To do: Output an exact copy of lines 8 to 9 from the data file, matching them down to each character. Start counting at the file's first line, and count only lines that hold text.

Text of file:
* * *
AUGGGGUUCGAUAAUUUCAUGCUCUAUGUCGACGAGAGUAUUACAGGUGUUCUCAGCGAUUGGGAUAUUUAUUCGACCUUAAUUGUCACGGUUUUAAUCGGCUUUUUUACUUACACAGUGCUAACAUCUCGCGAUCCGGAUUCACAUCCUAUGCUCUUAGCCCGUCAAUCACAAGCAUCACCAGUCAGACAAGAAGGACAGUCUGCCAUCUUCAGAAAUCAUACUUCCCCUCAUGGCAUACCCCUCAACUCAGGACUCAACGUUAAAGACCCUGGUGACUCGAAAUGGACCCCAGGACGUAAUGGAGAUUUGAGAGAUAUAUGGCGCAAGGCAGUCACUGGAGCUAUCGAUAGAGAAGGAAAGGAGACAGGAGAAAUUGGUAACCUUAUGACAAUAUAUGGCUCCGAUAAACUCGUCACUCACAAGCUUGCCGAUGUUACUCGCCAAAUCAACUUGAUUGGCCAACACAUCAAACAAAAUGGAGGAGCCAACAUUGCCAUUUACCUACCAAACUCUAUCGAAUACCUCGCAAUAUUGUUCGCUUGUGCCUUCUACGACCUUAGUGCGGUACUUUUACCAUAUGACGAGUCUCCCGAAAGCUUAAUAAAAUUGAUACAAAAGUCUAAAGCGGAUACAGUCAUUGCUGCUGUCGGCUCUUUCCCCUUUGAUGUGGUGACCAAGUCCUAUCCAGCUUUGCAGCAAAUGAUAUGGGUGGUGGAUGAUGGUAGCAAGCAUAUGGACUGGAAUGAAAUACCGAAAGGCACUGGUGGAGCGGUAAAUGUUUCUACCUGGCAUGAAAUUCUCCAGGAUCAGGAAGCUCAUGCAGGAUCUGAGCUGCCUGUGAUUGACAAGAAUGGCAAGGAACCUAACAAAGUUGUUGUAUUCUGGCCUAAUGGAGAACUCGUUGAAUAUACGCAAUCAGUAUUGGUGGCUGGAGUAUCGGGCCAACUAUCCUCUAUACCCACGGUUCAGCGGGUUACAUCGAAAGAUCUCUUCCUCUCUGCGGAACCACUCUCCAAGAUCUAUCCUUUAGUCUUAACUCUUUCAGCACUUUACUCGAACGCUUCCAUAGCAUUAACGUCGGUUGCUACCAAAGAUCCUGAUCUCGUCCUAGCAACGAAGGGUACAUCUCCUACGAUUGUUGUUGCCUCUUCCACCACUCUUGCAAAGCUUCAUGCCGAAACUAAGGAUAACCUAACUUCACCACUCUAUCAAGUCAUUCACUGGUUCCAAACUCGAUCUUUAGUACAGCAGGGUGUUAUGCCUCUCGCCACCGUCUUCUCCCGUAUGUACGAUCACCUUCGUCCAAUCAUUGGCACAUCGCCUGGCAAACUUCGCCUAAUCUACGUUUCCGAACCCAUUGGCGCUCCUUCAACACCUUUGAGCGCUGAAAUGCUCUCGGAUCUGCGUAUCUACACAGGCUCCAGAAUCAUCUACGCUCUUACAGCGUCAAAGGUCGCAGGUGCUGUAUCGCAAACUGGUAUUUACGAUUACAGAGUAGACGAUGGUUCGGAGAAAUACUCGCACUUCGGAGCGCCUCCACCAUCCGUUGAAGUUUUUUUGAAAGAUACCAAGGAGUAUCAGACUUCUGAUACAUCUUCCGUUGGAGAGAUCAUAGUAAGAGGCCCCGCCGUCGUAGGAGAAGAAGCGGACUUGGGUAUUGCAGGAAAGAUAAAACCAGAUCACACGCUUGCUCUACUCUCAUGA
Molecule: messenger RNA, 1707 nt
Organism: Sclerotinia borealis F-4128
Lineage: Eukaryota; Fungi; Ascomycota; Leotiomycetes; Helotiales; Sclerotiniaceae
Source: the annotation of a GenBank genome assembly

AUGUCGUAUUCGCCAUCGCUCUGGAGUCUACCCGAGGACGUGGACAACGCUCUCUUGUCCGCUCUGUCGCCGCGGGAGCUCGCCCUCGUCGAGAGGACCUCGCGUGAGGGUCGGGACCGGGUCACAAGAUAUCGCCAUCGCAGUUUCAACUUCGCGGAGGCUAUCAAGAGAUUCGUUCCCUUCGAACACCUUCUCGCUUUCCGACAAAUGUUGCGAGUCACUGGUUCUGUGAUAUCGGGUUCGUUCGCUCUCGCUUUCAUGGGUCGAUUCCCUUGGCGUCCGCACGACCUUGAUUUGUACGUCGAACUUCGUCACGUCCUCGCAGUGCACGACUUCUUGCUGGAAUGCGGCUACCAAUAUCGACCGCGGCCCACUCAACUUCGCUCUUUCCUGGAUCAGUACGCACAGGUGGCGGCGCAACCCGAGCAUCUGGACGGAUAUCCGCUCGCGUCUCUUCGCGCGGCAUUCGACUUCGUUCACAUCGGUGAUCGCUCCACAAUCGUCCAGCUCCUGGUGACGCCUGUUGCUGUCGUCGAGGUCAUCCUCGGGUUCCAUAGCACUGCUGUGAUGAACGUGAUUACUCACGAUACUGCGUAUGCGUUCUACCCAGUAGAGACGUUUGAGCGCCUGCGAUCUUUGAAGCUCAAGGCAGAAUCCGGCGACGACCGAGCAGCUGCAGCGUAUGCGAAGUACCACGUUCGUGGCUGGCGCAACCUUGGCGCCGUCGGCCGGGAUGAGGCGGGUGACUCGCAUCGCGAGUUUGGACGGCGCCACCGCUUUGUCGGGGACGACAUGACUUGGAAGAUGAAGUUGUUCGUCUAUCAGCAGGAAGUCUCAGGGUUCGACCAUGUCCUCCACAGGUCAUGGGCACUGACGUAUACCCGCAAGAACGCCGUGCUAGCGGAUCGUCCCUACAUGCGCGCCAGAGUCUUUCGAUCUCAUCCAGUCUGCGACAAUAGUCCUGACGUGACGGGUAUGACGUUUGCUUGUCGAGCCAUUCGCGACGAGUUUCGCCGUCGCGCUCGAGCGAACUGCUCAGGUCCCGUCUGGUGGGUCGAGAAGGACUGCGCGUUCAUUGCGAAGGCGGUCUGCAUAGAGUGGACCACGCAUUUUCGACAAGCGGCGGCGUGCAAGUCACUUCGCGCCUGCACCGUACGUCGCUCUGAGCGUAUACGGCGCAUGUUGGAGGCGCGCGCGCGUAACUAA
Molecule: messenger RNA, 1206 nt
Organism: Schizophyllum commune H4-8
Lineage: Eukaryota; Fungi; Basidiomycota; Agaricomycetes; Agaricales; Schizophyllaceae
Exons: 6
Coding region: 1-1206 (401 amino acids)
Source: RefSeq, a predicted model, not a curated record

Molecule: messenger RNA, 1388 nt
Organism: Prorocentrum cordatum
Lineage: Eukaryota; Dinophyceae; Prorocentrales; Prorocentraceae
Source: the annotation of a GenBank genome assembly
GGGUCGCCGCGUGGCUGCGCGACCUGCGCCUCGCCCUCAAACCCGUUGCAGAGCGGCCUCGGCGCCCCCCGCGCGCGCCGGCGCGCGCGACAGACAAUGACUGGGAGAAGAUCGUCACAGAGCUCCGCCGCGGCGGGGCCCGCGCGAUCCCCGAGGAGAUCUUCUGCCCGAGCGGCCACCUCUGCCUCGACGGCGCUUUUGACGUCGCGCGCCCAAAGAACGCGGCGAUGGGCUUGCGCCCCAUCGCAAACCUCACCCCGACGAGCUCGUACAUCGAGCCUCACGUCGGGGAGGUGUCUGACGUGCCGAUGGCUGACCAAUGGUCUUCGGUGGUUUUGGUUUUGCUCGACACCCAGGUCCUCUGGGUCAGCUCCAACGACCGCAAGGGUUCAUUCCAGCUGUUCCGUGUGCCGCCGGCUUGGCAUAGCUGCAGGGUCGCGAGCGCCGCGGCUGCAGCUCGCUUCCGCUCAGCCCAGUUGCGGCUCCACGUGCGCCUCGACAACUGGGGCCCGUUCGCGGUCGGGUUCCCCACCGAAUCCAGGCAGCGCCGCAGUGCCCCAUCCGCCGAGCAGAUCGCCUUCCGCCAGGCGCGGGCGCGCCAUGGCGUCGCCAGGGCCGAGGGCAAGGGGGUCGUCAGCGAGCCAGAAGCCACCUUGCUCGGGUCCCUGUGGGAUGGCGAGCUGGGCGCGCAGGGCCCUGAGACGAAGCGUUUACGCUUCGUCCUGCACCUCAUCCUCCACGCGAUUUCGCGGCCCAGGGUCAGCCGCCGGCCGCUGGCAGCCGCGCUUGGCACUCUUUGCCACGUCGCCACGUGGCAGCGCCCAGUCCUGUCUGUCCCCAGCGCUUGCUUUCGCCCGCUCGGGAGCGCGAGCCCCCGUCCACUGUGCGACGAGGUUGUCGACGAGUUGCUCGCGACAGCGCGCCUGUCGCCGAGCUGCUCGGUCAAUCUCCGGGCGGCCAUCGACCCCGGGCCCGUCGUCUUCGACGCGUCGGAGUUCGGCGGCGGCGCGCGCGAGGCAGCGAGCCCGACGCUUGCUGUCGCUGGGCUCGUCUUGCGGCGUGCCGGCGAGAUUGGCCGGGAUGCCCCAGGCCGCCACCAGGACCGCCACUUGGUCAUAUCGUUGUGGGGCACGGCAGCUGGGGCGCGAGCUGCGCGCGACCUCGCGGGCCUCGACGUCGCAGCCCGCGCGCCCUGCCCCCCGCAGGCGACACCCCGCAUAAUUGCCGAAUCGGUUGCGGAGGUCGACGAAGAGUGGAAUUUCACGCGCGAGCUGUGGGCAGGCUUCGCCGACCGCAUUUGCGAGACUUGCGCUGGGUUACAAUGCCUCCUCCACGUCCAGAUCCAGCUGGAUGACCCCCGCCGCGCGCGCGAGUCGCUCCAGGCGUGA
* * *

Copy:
Organism: Schizophyllum commune H4-8
Lineage: Eukaryota; Fungi; Basidiomycota; Agaricomycetes; Agaricales; Schizophyllaceae